In response to the May 2017 Humanists@Work Workshop, this blog series explains the practice and value of building exploratory job searches, as discussed by Debra Behrens (PhD Counselor, UC Berkeley), into our habitual research routines. These suggestions encourage you to use Jared Reddick’s resume-writing technique, the Job Description Analysis (JDA), to initiate your search for a fulfilling career before you even start to write your resume. If you’d like to read a bit more about the resume building process in tandem, check out Shawn Warner-Garcia’s 2015 post.
This series walks you through the strategic process of using keywords and online job databases in order to identify and explore potential career paths. It also focuses on industry-specific searches and highlights a variety of opportunities that are available for humanities MAs and PhDs in tech fields. The strategies employed in this column translate across searches in any industry, especially if you are conducting your search with online tools like Indeed.com or LinkedIn. By examining roles and job functions that are relatively unknown, we will gain fluency in some of the languages that describe careers available to people with the advanced skill-sets and experiences inherent to graduate work in the humanities.
The goal of an exploratory job search is not to find a job. Rather, it is to routinely engage in an investigative process that translates your daily activities as a graduate student into a language that is informed by existing job descriptions.
For graduate students who are in the process of transitioning out of the university, the job search outside of academia can be overwhelming, ego crushing, and relatively unintelligible. Some nuances, however, that are particular to transitioning out of graduate school can either hinder or help us when we first open up that search bar for imagining a new future. As we know from qualifying exams, the practice of throwing oneself into a world of unknown buzzwords and jargon can be unsettling. But when approached from the point of view of a trained academic—rather than that of an unemployed academic—an exploratory job search is a research puzzle that any graduate student in the humanities has already mastered along the way to getting a PhD.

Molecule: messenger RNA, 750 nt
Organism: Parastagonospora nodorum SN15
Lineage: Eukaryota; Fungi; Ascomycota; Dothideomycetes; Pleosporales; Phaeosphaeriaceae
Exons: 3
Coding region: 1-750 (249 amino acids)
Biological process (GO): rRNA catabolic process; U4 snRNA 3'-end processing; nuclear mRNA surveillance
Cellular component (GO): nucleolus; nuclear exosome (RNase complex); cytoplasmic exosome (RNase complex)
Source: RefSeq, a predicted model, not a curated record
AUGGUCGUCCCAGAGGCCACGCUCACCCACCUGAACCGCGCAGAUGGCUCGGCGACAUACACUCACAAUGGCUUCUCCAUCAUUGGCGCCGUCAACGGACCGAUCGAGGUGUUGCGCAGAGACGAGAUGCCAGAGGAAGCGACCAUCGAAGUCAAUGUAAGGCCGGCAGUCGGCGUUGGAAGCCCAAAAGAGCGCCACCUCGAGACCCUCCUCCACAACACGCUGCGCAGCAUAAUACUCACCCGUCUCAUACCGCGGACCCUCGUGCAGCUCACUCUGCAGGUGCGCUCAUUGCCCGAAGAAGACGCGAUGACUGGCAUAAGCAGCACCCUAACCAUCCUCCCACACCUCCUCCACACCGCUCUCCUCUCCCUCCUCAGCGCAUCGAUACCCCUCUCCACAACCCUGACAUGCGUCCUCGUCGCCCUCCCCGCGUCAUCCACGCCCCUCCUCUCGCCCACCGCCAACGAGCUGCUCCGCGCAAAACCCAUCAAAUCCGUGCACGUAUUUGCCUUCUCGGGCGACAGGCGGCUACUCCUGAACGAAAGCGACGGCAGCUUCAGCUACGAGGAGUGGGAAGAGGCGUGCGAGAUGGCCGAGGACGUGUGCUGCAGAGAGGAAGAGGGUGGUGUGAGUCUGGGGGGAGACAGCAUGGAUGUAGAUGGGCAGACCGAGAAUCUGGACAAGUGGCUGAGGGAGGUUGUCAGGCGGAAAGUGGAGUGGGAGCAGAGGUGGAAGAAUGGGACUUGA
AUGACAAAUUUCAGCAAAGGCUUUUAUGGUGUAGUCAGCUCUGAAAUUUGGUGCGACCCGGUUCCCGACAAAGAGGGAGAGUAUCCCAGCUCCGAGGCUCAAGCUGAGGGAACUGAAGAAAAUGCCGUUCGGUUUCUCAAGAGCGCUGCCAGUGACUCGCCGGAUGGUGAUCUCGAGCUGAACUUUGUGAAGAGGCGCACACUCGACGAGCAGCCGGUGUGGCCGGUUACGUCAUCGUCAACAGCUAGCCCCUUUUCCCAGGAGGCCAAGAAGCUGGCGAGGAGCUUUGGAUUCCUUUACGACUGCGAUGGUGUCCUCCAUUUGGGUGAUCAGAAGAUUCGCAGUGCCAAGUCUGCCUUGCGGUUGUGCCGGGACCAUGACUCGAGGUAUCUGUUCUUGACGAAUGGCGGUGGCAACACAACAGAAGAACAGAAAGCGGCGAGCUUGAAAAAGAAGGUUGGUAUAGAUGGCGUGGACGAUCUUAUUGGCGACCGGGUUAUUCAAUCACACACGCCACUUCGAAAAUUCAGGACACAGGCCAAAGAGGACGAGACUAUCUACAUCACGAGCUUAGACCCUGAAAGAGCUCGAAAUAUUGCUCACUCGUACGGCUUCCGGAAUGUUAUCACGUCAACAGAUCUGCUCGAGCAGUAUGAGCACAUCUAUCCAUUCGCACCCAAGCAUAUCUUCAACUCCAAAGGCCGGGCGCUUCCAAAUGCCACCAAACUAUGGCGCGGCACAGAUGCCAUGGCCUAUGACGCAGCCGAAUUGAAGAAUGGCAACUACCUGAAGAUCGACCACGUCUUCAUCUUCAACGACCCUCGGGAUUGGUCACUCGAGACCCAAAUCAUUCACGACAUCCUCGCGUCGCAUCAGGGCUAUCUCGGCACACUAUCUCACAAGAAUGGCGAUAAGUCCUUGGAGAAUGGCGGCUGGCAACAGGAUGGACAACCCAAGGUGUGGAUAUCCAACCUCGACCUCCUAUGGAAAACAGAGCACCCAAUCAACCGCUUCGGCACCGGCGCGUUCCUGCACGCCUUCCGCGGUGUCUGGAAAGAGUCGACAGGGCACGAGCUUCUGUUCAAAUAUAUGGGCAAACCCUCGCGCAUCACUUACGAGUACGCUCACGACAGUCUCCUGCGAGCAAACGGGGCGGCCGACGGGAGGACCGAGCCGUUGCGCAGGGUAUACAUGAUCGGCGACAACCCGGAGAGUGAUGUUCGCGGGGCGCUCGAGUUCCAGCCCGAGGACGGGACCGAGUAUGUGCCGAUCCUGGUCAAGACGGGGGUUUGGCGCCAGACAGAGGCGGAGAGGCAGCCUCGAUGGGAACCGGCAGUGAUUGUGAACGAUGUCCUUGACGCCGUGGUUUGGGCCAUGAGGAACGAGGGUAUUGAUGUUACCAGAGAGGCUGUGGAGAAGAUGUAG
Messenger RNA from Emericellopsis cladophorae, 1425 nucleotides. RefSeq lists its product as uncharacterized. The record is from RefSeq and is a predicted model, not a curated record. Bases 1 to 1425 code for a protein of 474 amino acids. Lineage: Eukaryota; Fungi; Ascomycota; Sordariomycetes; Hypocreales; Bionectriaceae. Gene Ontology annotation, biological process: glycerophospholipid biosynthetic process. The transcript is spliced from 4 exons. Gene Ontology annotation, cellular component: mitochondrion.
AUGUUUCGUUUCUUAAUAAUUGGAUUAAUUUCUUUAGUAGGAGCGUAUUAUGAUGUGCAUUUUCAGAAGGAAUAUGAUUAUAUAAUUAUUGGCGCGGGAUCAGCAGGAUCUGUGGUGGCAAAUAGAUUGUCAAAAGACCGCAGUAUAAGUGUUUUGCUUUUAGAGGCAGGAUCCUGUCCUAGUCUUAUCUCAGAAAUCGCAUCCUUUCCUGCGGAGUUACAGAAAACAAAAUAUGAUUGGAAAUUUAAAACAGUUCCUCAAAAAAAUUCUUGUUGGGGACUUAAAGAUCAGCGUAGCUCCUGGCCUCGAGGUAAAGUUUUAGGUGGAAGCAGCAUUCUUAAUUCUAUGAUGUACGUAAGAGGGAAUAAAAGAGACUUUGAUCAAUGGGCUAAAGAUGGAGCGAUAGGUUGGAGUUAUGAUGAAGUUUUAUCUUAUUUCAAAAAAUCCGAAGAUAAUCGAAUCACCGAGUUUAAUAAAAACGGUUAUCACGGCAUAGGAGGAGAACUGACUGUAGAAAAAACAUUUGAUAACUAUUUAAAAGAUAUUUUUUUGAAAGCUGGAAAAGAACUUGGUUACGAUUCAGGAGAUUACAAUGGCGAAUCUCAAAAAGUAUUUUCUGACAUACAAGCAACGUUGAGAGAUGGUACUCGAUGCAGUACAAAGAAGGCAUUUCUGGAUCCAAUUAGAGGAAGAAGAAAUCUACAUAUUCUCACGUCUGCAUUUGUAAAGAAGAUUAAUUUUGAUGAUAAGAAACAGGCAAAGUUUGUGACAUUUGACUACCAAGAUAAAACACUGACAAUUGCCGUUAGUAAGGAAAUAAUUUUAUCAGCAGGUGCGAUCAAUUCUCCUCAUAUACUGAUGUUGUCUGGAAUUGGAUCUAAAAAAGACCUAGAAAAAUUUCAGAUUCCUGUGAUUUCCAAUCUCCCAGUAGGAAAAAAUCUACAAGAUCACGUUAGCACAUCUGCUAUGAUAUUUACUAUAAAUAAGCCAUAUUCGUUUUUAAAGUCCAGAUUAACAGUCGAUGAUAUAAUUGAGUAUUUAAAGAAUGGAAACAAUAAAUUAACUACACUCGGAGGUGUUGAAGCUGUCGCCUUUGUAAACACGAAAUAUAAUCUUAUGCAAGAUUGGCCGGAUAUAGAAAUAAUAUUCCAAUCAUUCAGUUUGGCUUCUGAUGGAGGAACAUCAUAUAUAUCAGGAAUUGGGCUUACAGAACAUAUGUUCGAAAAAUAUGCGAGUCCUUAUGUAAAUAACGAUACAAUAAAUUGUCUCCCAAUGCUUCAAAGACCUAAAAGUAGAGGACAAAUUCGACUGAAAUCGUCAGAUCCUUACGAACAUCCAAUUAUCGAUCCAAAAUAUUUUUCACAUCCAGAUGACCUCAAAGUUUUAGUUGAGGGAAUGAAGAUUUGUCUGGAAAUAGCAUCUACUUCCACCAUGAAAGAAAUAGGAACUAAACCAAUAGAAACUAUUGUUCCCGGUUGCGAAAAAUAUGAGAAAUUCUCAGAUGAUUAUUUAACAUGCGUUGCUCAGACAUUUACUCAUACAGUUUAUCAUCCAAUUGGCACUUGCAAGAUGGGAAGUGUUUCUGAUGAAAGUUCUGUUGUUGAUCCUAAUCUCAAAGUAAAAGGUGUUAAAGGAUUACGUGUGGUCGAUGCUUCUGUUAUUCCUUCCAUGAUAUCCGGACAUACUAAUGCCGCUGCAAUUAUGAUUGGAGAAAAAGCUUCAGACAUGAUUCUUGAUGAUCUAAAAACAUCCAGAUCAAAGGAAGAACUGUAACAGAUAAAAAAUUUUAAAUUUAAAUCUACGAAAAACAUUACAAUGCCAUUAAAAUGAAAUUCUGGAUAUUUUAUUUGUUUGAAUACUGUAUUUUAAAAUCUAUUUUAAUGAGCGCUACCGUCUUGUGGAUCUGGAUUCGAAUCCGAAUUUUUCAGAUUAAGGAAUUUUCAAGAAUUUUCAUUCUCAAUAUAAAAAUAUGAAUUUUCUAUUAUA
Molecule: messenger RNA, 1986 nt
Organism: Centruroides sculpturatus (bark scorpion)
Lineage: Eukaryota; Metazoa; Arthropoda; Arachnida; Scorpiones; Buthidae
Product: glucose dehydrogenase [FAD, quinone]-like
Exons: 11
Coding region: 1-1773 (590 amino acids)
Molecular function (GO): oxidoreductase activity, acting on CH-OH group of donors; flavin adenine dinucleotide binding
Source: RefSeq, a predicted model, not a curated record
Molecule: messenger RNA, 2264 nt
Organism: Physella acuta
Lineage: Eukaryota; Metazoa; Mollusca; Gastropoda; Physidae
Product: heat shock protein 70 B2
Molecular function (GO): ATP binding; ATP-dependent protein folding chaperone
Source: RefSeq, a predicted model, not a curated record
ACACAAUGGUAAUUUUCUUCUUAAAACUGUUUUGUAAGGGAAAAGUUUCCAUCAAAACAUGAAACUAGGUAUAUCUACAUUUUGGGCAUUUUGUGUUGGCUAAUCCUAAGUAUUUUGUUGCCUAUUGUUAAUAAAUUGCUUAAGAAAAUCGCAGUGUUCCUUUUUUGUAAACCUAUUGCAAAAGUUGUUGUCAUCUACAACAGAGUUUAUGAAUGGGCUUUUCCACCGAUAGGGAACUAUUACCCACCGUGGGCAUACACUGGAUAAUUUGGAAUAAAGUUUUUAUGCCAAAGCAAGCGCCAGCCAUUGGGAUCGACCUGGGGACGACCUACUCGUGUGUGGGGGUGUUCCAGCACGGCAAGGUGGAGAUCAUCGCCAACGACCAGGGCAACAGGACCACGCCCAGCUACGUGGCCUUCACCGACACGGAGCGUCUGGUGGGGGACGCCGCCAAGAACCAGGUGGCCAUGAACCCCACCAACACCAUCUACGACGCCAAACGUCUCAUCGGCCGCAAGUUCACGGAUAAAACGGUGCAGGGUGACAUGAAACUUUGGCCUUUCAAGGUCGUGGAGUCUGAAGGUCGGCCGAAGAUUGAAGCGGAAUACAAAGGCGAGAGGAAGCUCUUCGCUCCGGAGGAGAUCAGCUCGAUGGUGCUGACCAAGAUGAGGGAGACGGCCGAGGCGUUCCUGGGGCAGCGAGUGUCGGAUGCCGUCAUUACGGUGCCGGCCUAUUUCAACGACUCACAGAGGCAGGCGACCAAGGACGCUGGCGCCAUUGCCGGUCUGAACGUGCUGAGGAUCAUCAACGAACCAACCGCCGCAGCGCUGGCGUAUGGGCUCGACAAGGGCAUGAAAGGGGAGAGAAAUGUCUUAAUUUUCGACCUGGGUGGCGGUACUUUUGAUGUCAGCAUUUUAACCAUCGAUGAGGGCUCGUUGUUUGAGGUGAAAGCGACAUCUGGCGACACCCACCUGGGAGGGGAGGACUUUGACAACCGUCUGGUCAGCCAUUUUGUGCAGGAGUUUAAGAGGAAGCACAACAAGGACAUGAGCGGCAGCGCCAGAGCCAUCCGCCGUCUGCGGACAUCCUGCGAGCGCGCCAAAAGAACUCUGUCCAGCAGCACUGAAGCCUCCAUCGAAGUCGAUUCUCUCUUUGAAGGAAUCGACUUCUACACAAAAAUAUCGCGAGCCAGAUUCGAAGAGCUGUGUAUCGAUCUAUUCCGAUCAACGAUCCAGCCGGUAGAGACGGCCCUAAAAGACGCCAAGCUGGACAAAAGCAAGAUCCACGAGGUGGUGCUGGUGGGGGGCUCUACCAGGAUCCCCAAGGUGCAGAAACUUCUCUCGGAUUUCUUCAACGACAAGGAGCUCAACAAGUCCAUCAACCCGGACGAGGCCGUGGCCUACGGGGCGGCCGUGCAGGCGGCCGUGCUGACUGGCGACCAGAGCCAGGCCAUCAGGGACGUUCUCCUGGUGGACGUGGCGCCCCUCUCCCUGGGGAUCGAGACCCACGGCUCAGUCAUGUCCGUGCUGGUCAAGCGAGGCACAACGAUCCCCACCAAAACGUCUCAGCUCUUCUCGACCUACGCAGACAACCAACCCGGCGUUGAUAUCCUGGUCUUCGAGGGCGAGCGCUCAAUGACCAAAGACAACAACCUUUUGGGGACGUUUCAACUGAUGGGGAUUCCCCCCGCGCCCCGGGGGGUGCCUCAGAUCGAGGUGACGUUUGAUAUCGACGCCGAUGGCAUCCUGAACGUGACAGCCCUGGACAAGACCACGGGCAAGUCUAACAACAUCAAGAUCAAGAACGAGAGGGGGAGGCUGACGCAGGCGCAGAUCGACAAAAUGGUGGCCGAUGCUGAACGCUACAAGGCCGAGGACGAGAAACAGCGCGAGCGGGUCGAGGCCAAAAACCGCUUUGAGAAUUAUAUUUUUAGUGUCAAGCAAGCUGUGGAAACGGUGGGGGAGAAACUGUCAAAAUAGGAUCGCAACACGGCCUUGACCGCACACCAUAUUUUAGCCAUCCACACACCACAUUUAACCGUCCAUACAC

As with any type of research, the career search begins with the process setting up some clear parameters. You may not be sure of how to set these up, so take some of the pressure off and approach your initial searches as opportunities to experiment, play with language, and learn how to transform your investigative questions into targeted job search strategies. Once you’ve sifted through a few job sites, you will be able to identify and employ keywords that describe industry-specific teams, areas of specialization, and career paths that stem directly from interests and activities related to your experiences as a graduate student.
Ideally, the process of analyzing a manageable sampling of industry-specific job descriptions will give you a sense of relatable career paths and skillsets.
Here are some of the steps we will be taking throughout this series:
- Compile a list of words that describe your everyday graduate student activities.
- Identify an industry of interest.
- Choose one company that serves as a leader within that industry.
- Generate searches at that company based on the grad activities you’ve identified.
- Analyze the teams or fields that list these activities in job descriptions.
- Broaden your career search based on the cross-functional areas with which these teams frequently collaborate.
- Figure out areas or skill-sets upon which you can improve.
- Identify paid internships or free opportunities to fill gaps in your training.
- Add the parameters that are most important to you, like preferred location and industry.